County Rabies Clinics Get Under Way

SCRIBA, NY – The county DPW garage in Scriba went to the dogs Wednesday night – with a few felines thrown in for good measure.

It was the Oswego County Health Department’s first rabies clinic of season.

Kylee Hetherington holds onto 'Jackson' as they make theri way toward thje front of the line at Wednesday's rabies clinic in Scriba.
Kylee Hetherington holds onto 'Jackson' as they make their way toward the front of the line at Wednesday's rabies clinic in Scriba.

“We’ve seen probably more than 100 animals already,” Evan Walsh, associate public health sanitarian, noted at about 6:30 p.m.

Some people arrived clinging to a couple of dogs’ leashes with one hand and carrying a cat in a pet carrier with the other.

The clinic was slated for 6-8 p.m., but got under way about a half hour earlier.

The first clinic of the year is usually well attended, Walsh explained. Scriba is also rather centrally located so people from surrounding towns attend.

“We’ll probably have more than 300 by the end of the night. Maybe more, I don’t know. It’s been rather steady all night tonight,” Walsh said.

By around 7:30 approximately 425 animals had climbed the ramps (or were carried) to the table in front of the two attending veterinarians.

A couple of stray kittens that were adopted were brought in for their shots so they could be spayed next week, their new owner said.

Pet owners were supposed to bring their pet’s last rabies certificate to the clinic.

New York State law requires that all cats, dogs and pet ferrets be vaccinated against rabies.

The first rabies vaccine should be given at three months of age. A second vaccination is required within one year of the first and every three years thereafter.

In order for pets to receive the three-year booster shot, owners need to show that the pet was previously vaccinated and should bring their pet’s last rabies vaccination certificate to the clinic.

Dogs and cats that haven’t received a rabies shot, or that didn’t have shot records, received a rabies shot that is good for one year.

Pet owners made a $5 donation (sometimes more) for each pet they brought to help cover the cost of the vaccination; but no one is turned away.

There were several barks, howls, and cat calls echoing off the concrete floor and hard walls of the garage.

However, there were very few yelps of pain as the vaccination was administered.

“Quick and painless,” Walsh said. “All the animals have been very good tonight. Things are going well. This is a good service for the community.”

It helps, if somewhere down the road, a dog or cat gets in a fight with another animal, authorities will  be able to know the vaccinations were up to date, he pointed out.

The next clinic the health department will conduct will be from 6 to 8 p.m. April 13, at the County Highway Garage, Dill Pickle Alley, Parish.

Other clinics are scheduled around the county throughout the spring and summer.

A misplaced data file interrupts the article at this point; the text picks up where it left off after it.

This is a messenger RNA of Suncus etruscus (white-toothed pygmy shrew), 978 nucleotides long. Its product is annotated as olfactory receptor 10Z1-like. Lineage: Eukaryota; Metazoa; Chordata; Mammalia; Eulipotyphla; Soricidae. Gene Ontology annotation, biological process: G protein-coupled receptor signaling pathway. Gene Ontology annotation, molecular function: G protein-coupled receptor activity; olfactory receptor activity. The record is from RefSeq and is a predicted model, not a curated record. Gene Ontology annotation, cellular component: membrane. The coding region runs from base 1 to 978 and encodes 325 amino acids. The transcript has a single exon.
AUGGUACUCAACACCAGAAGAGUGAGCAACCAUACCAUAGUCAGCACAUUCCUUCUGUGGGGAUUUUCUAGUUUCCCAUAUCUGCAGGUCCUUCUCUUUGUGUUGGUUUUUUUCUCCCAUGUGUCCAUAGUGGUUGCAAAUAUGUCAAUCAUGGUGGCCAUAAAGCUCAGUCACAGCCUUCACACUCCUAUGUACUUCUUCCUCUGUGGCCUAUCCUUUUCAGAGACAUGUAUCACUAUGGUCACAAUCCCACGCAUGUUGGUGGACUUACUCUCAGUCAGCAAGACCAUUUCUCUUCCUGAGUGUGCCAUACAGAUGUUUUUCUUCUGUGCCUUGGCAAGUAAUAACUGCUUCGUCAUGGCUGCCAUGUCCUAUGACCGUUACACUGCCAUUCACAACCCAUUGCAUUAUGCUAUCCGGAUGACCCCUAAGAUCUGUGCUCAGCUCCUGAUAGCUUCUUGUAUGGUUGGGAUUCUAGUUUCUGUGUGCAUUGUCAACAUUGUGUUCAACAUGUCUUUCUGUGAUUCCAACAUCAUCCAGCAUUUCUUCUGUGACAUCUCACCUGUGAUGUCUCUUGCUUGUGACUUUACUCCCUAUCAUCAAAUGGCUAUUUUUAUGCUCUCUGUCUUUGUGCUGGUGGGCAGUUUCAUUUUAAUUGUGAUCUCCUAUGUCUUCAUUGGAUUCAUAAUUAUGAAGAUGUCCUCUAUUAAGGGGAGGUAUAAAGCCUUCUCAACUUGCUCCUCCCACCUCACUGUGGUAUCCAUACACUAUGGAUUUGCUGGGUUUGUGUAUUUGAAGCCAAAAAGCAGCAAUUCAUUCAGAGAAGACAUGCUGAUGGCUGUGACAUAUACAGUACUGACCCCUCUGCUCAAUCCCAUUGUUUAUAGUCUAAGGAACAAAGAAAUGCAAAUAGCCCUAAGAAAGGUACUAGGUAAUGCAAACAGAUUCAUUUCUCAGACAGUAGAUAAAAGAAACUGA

Dogs should be leashed and cats and pet ferrets should be in a cage.

There haven’t been a lot of positive tests for rabies recently. But don’t let that fool anyone into thinking rabies isn’t an issue in the county, Walsh stressed.

“Just because the number of positives was low doesn’t necessarily mean there is no rabies in the county,” he said. “We had a few positives (last year). But, I think we’ve done a really good job in years past of getting so many (domestic) animals vaccinated; and the rest goes as the wild animal population goes.”

Oswego County residents who have questions or need more information about rabies prevention should call the health department, weekdays at 349-3564 or 1-800-596-3200, ext. 3564.

In an emergency during evenings, weekends, or holidays, call the health department’s answering service at 341-0086.

Any person or pet coming in contact with a suspicious-acting animal should be reported to the county health department.

Any person suffering a bite or scratch from a suspicious-acting animal should wash the area of contact immediately with soap and water.

If your pet has been in contact with a wild animal or strange-acting animal avoid touching your pet with bare skin.

Handle your pet only after you have put on gloves, health officials say.

Fran Hoefer looks on as the vet gives his dog its shot.
Fran Hoefer looks on as the vet gives his dog its shot.

Take care to protect your eyes, nose and mouth and any break (wound) in your skin from contact with any saliva.

Your pet should be isolated from other animals and people for several hours.

Dispose of the gloves used to handle the pet. Put them in a plastic bag.

Wash your hand thoroughly with soap and water.

Contact the Oswego County Health Department.

County health officials also recommend that you call your veterinarian.

Your pet must receive a rabies booster shot within five days of the possible exposure, even if your pet has already been vaccinated.

Unvaccinated pets exposed to a known or suspected rabid animal must be quarantined for six months, or humanely destroyed.

People usually get exposed to the rabies virus when an infected animal bites them.

However, exposure may also occur if scratched by an infected animal, or if saliva enters an open cut, the nose, the mouth or eyes.

Many pet owners have been exposed to the rabies virus by handling their pets after an attack and getting the saliva of the rabid animal on their hands.